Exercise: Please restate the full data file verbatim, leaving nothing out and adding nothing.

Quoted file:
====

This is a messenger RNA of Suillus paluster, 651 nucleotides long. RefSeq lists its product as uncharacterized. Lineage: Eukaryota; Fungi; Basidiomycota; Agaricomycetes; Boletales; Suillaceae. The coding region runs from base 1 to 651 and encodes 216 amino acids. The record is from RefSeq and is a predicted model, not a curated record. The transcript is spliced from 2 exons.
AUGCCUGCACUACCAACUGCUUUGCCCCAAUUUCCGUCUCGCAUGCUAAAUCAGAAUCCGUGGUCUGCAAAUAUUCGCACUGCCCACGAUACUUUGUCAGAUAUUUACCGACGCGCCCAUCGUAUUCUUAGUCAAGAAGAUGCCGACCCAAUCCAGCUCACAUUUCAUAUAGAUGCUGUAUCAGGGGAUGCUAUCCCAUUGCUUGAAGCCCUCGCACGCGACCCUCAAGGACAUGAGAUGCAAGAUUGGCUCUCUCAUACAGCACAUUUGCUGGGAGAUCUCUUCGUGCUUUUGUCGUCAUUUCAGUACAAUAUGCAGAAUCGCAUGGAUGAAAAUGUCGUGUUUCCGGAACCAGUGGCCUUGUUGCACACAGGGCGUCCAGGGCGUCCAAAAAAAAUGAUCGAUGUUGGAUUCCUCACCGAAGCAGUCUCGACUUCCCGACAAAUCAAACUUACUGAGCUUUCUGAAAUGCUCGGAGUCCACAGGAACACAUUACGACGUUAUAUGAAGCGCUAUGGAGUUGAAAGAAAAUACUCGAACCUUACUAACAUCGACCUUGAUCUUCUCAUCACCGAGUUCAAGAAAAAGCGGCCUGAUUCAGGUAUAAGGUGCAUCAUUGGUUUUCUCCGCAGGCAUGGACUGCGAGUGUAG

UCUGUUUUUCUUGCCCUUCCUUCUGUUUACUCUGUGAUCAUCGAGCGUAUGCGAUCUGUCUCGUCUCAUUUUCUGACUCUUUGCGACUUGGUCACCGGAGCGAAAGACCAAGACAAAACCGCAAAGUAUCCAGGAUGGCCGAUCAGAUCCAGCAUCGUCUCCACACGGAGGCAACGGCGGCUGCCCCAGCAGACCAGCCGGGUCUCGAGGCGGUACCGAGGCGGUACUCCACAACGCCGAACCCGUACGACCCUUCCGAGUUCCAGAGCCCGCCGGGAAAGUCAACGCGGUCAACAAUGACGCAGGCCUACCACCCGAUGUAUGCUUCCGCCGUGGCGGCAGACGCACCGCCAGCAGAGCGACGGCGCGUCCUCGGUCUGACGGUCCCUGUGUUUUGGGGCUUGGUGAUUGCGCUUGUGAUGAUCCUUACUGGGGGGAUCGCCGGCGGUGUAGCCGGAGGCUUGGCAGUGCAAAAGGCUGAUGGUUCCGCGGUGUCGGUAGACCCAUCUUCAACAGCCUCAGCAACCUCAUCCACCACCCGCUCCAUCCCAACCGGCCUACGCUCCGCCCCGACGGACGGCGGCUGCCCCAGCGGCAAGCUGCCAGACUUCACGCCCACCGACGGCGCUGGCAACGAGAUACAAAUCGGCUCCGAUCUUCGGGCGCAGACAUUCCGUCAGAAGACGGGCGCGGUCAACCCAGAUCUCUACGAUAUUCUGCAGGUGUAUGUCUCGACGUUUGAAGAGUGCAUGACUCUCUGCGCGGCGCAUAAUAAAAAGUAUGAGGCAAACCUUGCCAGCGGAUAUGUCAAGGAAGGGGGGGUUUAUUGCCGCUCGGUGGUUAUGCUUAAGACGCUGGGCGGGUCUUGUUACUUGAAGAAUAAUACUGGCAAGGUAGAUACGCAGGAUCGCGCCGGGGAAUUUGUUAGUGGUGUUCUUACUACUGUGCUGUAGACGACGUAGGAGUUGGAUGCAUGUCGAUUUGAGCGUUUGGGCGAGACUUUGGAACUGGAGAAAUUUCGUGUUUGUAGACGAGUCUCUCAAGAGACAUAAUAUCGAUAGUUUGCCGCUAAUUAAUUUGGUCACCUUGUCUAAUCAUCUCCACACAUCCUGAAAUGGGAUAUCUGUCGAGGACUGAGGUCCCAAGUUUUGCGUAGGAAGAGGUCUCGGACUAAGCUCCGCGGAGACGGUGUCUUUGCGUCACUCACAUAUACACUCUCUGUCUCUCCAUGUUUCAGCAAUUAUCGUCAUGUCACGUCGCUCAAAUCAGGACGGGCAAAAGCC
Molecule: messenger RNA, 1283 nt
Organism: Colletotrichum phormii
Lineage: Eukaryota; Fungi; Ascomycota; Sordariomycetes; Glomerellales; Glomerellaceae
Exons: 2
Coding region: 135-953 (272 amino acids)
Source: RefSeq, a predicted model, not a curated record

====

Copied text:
This is a messenger RNA of Suillus paluster, 651 nucleotides long. RefSeq lists its product as uncharacterized. Lineage: Eukaryota; Fungi; Basidiomycota; Agaricomycetes; Boletales; Suillaceae. The coding region runs from base 1 to 651 and encodes 216 amino acids. The record is from RefSeq and is a predicted model, not a curated record. The transcript is spliced from 2 exons.
AUGCCUGCACUACCAACUGCUUUGCCCCAAUUUCCGUCUCGCAUGCUAAAUCAGAAUCCGUGGUCUGCAAAUAUUCGCACUGCCCACGAUACUUUGUCAGAUAUUUACCGACGCGCCCAUCGUAUUCUUAGUCAAGAAGAUGCCGACCCAAUCCAGCUCACAUUUCAUAUAGAUGCUGUAUCAGGGGAUGCUAUCCCAUUGCUUGAAGCCCUCGCACGCGACCCUCAAGGACAUGAGAUGCAAGAUUGGCUCUCUCAUACAGCACAUUUGCUGGGAGAUCUCUUCGUGCUUUUGUCGUCAUUUCAGUACAAUAUGCAGAAUCGCAUGGAUGAAAAUGUCGUGUUUCCGGAACCAGUGGCCUUGUUGCACACAGGGCGUCCAGGGCGUCCAAAAAAAAUGAUCGAUGUUGGAUUCCUCACCGAAGCAGUCUCGACUUCCCGACAAAUCAAACUUACUGAGCUUUCUGAAAUGCUCGGAGUCCACAGGAACACAUUACGACGUUAUAUGAAGCGCUAUGGAGUUGAAAGAAAAUACUCGAACCUUACUAACAUCGACCUUGAUCUUCUCAUCACCGAGUUCAAGAAAAAGCGGCCUGAUUCAGGUAUAAGGUGCAUCAUUGGUUUUCUCCGCAGGCAUGGACUGCGAGUGUAG

UCUGUUUUUCUUGCCCUUCCUUCUGUUUACUCUGUGAUCAUCGAGCGUAUGCGAUCUGUCUCGUCUCAUUUUCUGACUCUUUGCGACUUGGUCACCGGAGCGAAAGACCAAGACAAAACCGCAAAGUAUCCAGGAUGGCCGAUCAGAUCCAGCAUCGUCUCCACACGGAGGCAACGGCGGCUGCCCCAGCAGACCAGCCGGGUCUCGAGGCGGUACCGAGGCGGUACUCCACAACGCCGAACCCGUACGACCCUUCCGAGUUCCAGAGCCCGCCGGGAAAGUCAACGCGGUCAACAAUGACGCAGGCCUACCACCCGAUGUAUGCUUCCGCCGUGGCGGCAGACGCACCGCCAGCAGAGCGACGGCGCGUCCUCGGUCUGACGGUCCCUGUGUUUUGGGGCUUGGUGAUUGCGCUUGUGAUGAUCCUUACUGGGGGGAUCGCCGGCGGUGUAGCCGGAGGCUUGGCAGUGCAAAAGGCUGAUGGUUCCGCGGUGUCGGUAGACCCAUCUUCAACAGCCUCAGCAACCUCAUCCACCACCCGCUCCAUCCCAACCGGCCUACGCUCCGCCCCGACGGACGGCGGCUGCCCCAGCGGCAAGCUGCCAGACUUCACGCCCACCGACGGCGCUGGCAACGAGAUACAAAUCGGCUCCGAUCUUCGGGCGCAGACAUUCCGUCAGAAGACGGGCGCGGUCAACCCAGAUCUCUACGAUAUUCUGCAGGUGUAUGUCUCGACGUUUGAAGAGUGCAUGACUCUCUGCGCGGCGCAUAAUAAAAAGUAUGAGGCAAACCUUGCCAGCGGAUAUGUCAAGGAAGGGGGGGUUUAUUGCCGCUCGGUGGUUAUGCUUAAGACGCUGGGCGGGUCUUGUUACUUGAAGAAUAAUACUGGCAAGGUAGAUACGCAGGAUCGCGCCGGGGAAUUUGUUAGUGGUGUUCUUACUACUGUGCUGUAGACGACGUAGGAGUUGGAUGCAUGUCGAUUUGAGCGUUUGGGCGAGACUUUGGAACUGGAGAAAUUUCGUGUUUGUAGACGAGUCUCUCAAGAGACAUAAUAUCGAUAGUUUGCCGCUAAUUAAUUUGGUCACCUUGUCUAAUCAUCUCCACACAUCCUGAAAUGGGAUAUCUGUCGAGGACUGAGGUCCCAAGUUUUGCGUAGGAAGAGGUCUCGGACUAAGCUCCGCGGAGACGGUGUCUUUGCGUCACUCACAUAUACACUCUCUGUCUCUCCAUGUUUCAGCAAUUAUCGUCAUGUCACGUCGCUCAAAUCAGGACGGGCAAAAGCC
Molecule: messenger RNA, 1283 nt
Organism: Colletotrichum phormii
Lineage: Eukaryota; Fungi; Ascomycota; Sordariomycetes; Glomerellales; Glomerellaceae
Exons: 2
Coding region: 135-953 (272 amino acids)
Source: RefSeq, a predicted model, not a curated record